The Office of the U.S. Trade Representative has issued its annual National Trade Estimate report, which describes significant foreign barriers to U.S. exports of goods and services, foreign direct investment, and e-commerce as well as the actions being taken to address those barriers. The NTE report covers significant barriers, including those that may be consistent with international trade rules (e.g., very high tariffs), affecting U.S. exports to 61 countries, the European Union, Taiwan, Hong Kong, and the Arab League.

This report includes technical barriers, such as product standards and testing, labeling, and certification requirements; sanitary and phytosanitary barriers, which include measures used to ensure that foods and beverages are safe for consumers and to protect animals and plants from pests and diseases; and barriers to exports of telecommunication goods and services.

In addition, the report includes information on barriers to digital trade. These include restrictions on cross-border data flows in China. India, and Korea; digital services taxes in the EU; data localization requirements in China, Kenya, India, Indonesia, Nigeria, Russia, Saudi Arabia, Turkey, and Vietnam; tariffs on digital products in Indonesia; and restrictions on online advertising in Vietnam.

The report also highlights efforts to remove barriers to U.S. exports in 2018, including the following.

- China declared it would terminate duties on poultry broiler products from the U.S. found to be inconsistent with World Trade Organization rules.

- The WTO found that China provided trade-distorting domestic support for rice, wheat, and corn in excess of its WTO commitments each year from 2012 to 2015.

- USTR and USDA worked with Colombia to amend an error in the U.S.-Colombia Trade Promotion Agreement tariff-rate quota for corn to ensure that nearly $1 billion in annual exports will continue without interruption and without being subject to retrospective duties.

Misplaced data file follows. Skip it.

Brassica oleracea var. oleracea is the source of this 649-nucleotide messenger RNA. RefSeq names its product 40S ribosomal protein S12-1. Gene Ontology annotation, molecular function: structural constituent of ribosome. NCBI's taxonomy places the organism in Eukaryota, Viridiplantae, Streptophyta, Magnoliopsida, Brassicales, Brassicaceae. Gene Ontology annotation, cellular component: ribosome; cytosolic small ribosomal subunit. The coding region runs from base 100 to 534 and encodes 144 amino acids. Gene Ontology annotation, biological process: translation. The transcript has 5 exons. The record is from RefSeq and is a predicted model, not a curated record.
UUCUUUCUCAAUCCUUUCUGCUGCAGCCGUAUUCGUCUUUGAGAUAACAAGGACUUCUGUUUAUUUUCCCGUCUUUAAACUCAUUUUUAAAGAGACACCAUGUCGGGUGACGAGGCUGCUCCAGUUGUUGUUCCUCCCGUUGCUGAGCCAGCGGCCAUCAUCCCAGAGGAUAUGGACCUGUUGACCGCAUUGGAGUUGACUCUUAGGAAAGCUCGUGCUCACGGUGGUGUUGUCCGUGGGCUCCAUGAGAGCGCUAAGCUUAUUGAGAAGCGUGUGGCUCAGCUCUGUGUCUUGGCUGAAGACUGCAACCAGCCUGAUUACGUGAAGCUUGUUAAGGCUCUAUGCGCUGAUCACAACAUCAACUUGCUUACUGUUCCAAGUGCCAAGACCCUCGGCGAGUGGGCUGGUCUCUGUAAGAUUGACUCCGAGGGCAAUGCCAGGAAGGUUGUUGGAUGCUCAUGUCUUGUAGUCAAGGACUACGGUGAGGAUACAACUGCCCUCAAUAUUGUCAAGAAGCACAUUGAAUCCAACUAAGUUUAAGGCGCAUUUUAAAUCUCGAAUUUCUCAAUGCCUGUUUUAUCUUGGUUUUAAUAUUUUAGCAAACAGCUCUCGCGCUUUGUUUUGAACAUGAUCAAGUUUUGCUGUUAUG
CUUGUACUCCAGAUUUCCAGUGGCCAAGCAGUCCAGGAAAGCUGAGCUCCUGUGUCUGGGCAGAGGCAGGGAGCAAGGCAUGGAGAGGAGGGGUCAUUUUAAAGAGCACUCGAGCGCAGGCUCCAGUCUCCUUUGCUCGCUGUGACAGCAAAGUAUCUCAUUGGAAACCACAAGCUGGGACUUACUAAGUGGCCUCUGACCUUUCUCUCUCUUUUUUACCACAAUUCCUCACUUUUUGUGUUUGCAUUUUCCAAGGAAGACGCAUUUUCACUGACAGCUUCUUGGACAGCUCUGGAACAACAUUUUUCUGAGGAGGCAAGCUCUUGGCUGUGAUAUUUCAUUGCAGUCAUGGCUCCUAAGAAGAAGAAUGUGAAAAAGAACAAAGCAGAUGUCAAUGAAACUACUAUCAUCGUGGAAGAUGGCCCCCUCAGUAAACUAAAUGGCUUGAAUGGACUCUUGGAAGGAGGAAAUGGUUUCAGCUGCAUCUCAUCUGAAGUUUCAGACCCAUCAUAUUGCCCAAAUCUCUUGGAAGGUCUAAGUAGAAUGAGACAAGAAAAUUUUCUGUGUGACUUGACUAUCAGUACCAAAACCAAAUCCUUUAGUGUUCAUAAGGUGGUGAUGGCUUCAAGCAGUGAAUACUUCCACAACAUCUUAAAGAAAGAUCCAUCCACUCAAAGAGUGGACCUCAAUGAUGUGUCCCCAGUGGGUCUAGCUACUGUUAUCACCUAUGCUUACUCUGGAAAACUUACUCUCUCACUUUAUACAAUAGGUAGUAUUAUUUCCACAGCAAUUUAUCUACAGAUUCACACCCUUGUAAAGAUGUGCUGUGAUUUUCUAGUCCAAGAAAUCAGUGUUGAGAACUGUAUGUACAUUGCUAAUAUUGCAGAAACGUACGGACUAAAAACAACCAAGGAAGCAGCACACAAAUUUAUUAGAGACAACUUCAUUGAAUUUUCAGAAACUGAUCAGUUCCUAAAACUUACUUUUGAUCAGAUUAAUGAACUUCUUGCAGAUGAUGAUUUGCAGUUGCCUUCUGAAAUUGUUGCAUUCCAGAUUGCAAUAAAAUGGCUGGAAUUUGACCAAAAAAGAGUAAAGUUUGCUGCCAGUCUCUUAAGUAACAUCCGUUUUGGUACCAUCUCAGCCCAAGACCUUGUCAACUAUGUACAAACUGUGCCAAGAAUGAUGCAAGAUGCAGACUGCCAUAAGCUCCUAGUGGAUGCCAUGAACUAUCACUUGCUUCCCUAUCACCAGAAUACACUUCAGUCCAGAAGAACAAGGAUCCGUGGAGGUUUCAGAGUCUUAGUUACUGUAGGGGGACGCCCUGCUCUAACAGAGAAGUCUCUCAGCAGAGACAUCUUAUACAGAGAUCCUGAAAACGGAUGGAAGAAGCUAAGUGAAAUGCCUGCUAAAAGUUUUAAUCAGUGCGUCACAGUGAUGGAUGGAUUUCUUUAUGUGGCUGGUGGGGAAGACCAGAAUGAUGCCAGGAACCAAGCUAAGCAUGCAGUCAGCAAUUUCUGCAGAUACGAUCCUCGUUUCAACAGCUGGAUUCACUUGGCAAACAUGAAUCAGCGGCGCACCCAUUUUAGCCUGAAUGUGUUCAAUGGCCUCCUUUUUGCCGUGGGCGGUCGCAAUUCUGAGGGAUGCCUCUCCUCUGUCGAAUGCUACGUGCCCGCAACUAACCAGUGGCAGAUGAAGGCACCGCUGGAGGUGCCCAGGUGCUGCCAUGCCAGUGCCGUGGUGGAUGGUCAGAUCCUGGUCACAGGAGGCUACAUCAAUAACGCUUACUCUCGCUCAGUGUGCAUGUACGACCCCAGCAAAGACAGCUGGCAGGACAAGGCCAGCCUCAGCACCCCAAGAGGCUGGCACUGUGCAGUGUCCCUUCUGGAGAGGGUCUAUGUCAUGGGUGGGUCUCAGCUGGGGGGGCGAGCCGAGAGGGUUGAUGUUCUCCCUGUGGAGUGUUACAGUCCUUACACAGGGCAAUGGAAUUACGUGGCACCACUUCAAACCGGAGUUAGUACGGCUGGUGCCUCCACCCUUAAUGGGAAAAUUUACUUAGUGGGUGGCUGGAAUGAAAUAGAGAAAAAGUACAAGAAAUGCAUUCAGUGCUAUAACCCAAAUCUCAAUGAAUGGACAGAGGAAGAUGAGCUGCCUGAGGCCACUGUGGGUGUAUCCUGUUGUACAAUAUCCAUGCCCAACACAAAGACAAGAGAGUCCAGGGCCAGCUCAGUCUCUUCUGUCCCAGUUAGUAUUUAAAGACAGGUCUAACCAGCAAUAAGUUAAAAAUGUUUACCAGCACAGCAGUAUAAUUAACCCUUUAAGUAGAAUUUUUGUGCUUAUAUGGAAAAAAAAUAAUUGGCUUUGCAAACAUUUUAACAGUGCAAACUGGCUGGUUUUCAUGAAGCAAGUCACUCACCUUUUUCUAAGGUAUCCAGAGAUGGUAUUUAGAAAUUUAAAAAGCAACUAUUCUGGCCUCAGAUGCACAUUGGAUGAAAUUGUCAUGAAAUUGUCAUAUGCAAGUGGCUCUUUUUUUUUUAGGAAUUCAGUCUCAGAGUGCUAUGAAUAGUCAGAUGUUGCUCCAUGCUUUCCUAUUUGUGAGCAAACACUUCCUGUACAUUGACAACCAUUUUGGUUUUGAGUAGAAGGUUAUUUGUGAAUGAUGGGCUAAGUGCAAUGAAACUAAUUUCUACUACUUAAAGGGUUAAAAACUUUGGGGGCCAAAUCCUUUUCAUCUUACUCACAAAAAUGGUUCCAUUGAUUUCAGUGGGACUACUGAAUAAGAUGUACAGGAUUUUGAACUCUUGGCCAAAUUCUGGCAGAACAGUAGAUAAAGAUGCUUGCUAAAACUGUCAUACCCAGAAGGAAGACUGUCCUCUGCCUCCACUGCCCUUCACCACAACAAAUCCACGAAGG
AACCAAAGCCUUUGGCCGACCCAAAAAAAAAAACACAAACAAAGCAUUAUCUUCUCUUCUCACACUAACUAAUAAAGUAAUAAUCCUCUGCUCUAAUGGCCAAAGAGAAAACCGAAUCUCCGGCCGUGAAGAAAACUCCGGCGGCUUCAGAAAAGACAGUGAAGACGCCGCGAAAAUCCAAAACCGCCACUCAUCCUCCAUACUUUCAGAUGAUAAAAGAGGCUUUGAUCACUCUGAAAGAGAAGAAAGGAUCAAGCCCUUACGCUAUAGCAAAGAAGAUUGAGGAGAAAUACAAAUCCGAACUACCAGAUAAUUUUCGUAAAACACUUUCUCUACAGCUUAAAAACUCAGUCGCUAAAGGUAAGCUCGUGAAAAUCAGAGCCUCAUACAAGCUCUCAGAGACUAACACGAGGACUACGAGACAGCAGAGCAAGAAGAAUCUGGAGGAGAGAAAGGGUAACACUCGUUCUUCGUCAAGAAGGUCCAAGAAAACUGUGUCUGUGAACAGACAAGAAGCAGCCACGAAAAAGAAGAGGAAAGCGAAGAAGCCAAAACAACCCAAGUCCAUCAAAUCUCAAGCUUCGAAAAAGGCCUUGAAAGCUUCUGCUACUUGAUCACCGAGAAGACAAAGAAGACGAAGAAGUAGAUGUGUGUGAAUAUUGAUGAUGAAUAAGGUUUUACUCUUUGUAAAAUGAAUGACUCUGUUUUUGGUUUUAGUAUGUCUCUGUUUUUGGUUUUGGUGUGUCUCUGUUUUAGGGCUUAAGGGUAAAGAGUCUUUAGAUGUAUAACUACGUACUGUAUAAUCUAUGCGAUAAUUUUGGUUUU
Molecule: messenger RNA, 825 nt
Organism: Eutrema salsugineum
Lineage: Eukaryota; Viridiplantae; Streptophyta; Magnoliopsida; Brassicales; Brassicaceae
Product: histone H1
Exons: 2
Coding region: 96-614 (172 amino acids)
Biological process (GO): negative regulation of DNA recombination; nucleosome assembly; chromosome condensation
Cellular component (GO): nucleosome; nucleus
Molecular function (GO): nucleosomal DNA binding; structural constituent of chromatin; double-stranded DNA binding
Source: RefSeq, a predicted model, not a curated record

- Ecuador revised a draft technical regulation on toy safety to incorporate the relevant international standard and recognize equivalent standards for testing.

- The EU published a regulation that restricts 33 carcinogenic, mutagenic, or toxic reproduction substances in textile products used by consumers rather than the nearly 300 initially proposed.

- Indonesia amended its dairy import licensing regime to remove mandatory local partnership requirements that posed a significant barrier to U.S. dairy exports.

- U.S. exporters are no longer required to provide Israeli Customs with a hardy copy certificate of origin and instead need only print and sign a declaration on the invoice or another commercial document.

Japan reopened its market to U.S. exports of meat and meat products from sheep and goats, which had been closed for 14 years.

- Morocco opened its market to U.S. poultry and beef, which enter under TRQs provided by the U.S.-Morocco free trade agreement.

- The Philippines committed to continue acceptance of vehicle imports that meet multiple high-standard automotive standards, including those of the U.S., ensuring that ASEAN harmonization efforts do not restrict U.S. auto producers’ access to the Philippines.

- Taiwan approved a statutory amendment calling for the establishment of a mechanism for early resolution of potential patent disputes, although U.S. right holders remain concerned about whether implementation of this new system will cover all pharmaceutical products.

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